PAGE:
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StoryMap: Students Translate Deep-Ocean Science into Kids’ Books

A father pleads with his son to climb into bed. The son reluctantly abides but asks for a bedtime story in exchange. It’s a classic scene, but in this reimagining the two are water droplets and the story the father tells is of a process that carries water across the globe, from the atmosphere to the deepest parts of the ocean.

“It all started when I was way up in the sky inside a cloud,” the father begins. He goes on to describe falling from the cloud to the Arctic’s deep ocean, then traveling the currents for many years until he eventually emerges among a pod of dolphins off the coast of the United States.

The father’s adventure is a first-person account of meridional overturning circulation, a process that describes how water – as well as heat, salt, carbon, and other nutrients – moves between ocean basins. His journey is captured in a children’s book, called “A Water Drop’s Bedtime Story,” written and illustrated by nuclear engineering student Luke Wells as part of an assignment for a class taught by Dr. Annalisa Bracco.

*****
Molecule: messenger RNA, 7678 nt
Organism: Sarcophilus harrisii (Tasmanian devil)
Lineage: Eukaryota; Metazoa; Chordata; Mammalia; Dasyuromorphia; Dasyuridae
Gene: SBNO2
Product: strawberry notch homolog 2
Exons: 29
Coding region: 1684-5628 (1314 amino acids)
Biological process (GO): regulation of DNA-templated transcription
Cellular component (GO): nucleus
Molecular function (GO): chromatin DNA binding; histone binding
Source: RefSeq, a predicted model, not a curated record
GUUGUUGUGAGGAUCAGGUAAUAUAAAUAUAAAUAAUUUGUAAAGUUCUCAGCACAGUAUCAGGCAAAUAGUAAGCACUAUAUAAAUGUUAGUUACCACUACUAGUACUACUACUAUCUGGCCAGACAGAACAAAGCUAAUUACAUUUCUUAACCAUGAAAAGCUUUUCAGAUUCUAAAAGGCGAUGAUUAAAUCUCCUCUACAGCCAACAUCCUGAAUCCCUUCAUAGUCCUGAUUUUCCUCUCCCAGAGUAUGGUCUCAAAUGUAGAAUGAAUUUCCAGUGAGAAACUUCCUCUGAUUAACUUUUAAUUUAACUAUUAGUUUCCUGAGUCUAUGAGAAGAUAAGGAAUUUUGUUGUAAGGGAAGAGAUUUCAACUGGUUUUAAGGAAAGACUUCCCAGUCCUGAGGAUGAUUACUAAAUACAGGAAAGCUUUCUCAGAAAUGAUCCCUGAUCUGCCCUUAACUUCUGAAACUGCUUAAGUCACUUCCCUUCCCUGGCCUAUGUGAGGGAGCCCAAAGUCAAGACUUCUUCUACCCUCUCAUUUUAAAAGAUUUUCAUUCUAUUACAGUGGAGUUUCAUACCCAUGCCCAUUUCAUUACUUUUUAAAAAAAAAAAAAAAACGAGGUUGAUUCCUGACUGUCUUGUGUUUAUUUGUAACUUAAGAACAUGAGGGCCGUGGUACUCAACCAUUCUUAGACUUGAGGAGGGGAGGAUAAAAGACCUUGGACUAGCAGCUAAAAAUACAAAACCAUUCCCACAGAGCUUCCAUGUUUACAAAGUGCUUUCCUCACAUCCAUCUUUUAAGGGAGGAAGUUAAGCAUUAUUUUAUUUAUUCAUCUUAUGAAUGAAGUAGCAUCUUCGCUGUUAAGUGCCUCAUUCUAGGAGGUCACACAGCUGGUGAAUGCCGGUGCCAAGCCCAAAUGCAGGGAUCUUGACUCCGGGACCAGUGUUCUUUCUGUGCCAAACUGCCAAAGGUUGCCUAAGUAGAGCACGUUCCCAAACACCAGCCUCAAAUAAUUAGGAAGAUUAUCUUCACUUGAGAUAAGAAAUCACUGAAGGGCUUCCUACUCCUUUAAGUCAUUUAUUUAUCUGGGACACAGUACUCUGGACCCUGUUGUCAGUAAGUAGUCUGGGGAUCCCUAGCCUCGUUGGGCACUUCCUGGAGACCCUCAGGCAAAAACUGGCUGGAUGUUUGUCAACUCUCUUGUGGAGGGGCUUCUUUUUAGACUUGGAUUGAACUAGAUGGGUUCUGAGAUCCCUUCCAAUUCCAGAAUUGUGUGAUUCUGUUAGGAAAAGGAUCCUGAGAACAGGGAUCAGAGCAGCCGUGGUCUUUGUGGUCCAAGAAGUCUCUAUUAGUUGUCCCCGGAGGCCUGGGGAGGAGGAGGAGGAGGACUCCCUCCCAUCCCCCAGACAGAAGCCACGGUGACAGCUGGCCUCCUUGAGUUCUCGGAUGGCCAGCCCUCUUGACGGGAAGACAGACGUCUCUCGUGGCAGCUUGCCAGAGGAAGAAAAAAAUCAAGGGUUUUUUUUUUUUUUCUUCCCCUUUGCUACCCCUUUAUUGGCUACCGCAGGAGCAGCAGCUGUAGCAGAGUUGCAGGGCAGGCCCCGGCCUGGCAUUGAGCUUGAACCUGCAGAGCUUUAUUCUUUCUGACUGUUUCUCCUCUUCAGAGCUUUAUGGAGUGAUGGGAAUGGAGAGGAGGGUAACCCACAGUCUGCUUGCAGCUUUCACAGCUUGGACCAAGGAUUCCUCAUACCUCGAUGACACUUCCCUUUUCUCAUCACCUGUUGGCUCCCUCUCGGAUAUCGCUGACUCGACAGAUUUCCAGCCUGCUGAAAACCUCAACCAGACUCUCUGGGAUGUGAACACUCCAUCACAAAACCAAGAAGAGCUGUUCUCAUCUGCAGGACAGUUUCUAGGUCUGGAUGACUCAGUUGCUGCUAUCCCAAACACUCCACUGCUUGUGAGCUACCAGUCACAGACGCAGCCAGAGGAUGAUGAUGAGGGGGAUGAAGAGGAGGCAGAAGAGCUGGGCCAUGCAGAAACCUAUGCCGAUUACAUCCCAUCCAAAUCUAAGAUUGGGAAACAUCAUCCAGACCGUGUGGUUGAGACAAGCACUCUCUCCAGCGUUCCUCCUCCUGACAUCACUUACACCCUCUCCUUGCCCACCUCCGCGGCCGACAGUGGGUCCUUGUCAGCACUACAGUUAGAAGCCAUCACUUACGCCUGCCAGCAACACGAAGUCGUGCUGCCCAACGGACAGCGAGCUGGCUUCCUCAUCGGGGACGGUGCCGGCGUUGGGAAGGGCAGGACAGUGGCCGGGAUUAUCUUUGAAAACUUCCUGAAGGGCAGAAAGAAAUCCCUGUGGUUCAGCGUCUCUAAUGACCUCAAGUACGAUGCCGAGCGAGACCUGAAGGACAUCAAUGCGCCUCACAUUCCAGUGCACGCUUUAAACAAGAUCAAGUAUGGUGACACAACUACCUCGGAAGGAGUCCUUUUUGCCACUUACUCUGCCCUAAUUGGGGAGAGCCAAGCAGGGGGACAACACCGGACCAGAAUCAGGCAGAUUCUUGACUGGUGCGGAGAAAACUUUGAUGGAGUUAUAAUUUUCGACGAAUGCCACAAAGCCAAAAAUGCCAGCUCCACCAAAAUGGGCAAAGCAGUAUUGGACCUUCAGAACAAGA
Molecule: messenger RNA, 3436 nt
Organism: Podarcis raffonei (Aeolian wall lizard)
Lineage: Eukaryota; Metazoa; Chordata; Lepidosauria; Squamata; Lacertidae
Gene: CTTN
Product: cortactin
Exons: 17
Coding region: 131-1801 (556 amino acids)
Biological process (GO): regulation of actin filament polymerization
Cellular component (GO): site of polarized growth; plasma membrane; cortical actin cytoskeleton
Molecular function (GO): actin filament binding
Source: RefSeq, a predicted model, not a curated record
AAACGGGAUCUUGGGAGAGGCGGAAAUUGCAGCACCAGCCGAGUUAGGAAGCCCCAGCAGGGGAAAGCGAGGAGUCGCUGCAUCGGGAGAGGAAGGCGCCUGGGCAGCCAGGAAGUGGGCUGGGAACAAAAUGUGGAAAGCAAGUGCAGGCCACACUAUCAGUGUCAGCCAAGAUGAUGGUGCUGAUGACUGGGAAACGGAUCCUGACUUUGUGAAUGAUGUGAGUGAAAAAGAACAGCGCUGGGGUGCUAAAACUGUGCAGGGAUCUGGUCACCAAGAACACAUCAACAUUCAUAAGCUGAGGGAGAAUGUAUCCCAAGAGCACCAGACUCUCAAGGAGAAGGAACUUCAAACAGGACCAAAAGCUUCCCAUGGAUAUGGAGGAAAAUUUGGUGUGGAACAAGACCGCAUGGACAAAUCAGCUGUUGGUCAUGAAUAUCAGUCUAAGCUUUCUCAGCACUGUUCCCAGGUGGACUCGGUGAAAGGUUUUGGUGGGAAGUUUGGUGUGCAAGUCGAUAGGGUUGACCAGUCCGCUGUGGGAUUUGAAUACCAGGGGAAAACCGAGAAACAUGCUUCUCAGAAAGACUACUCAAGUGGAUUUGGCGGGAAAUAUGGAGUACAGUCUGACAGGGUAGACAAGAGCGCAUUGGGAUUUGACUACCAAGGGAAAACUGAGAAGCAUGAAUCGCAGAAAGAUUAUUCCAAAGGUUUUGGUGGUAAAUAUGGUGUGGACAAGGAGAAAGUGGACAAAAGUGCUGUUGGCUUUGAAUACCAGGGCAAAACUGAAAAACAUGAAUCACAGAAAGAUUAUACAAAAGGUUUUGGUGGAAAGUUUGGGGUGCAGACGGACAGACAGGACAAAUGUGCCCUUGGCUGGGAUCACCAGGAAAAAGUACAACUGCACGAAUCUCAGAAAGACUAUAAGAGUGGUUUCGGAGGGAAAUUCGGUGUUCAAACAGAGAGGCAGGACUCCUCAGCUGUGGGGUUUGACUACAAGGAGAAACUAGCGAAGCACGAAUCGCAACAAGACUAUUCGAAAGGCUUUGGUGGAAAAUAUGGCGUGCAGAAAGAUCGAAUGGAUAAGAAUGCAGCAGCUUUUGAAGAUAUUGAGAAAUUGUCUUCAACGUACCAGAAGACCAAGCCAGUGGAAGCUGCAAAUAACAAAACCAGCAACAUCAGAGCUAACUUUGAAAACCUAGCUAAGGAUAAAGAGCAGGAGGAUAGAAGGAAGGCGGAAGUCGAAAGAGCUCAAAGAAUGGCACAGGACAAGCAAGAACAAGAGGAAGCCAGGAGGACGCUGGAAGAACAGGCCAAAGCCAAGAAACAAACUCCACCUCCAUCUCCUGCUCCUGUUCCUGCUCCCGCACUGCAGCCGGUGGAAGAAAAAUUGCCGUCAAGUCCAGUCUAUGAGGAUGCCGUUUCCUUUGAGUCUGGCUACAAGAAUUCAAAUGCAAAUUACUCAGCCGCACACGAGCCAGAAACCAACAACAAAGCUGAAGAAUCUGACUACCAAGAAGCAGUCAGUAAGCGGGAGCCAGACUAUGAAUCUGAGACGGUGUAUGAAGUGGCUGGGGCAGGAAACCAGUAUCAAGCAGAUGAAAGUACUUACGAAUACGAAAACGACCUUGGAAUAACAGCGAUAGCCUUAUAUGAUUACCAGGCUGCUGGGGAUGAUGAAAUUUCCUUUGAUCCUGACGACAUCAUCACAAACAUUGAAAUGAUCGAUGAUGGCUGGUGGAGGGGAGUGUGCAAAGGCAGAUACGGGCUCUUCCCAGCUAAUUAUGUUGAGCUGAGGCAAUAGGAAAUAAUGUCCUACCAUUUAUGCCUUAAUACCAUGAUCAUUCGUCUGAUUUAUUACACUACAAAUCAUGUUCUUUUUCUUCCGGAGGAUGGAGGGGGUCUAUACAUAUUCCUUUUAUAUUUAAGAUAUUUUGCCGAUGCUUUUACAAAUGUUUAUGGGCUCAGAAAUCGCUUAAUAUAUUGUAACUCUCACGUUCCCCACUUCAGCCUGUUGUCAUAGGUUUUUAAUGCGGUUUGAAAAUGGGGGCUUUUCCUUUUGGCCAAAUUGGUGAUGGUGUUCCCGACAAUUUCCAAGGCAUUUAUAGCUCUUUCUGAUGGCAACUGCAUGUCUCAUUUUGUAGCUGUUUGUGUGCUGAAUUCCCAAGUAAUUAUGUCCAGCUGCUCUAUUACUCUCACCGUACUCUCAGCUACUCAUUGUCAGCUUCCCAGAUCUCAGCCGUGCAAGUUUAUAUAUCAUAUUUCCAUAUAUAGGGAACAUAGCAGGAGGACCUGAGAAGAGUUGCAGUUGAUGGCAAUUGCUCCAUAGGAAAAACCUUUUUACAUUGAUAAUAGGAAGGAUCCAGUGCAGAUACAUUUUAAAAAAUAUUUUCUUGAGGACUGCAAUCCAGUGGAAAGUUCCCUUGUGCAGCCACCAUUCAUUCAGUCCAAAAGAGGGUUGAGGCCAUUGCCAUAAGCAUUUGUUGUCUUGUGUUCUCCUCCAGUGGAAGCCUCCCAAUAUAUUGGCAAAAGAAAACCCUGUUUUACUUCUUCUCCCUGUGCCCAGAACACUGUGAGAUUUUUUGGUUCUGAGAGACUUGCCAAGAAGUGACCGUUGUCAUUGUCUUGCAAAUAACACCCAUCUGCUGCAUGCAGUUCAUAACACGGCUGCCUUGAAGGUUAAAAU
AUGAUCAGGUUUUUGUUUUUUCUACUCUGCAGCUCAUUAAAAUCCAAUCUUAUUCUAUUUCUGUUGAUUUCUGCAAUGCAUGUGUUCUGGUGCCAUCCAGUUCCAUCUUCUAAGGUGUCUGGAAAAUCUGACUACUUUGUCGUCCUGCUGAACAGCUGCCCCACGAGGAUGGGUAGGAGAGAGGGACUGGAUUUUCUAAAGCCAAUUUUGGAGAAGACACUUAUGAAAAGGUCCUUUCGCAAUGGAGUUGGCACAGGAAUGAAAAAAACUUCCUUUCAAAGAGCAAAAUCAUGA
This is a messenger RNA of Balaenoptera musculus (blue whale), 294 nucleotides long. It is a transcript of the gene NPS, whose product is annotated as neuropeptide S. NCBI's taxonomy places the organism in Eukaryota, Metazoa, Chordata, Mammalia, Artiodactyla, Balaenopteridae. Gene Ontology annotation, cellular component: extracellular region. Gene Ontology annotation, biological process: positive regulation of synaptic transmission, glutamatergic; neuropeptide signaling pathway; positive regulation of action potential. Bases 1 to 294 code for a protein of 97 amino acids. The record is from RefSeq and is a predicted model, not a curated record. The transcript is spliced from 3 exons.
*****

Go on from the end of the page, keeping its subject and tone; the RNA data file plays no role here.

“I never imagined writing a story about that, and I am a physicist,” Bracco said.

Bracco is a professor of climate science and oceanography at the Georgia Institute of Technology (GA Tech). In addition to teaching, Bracco is an oceanographer and physicist. She is part of a research team studying the genetic connectivity of corals in the deep ocean of the Gulf of Mexico. The project was funded by the NOAA RESTORE Science Program with a $1.3 million award in 2017 .

For the past three years, Bracco has asked students of her mini-mester course on deep-ocean science – a shortened course for students from a variety of majors – to produce creative products inspired by the class. Previous students have produced paintings, videos, and children’s books.

“One of the things we try to get them to do is to communicate and express themselves, and there is nothing that tells me more if they understood something or not than seeing them trying to reach children or much younger people,” Bracco said.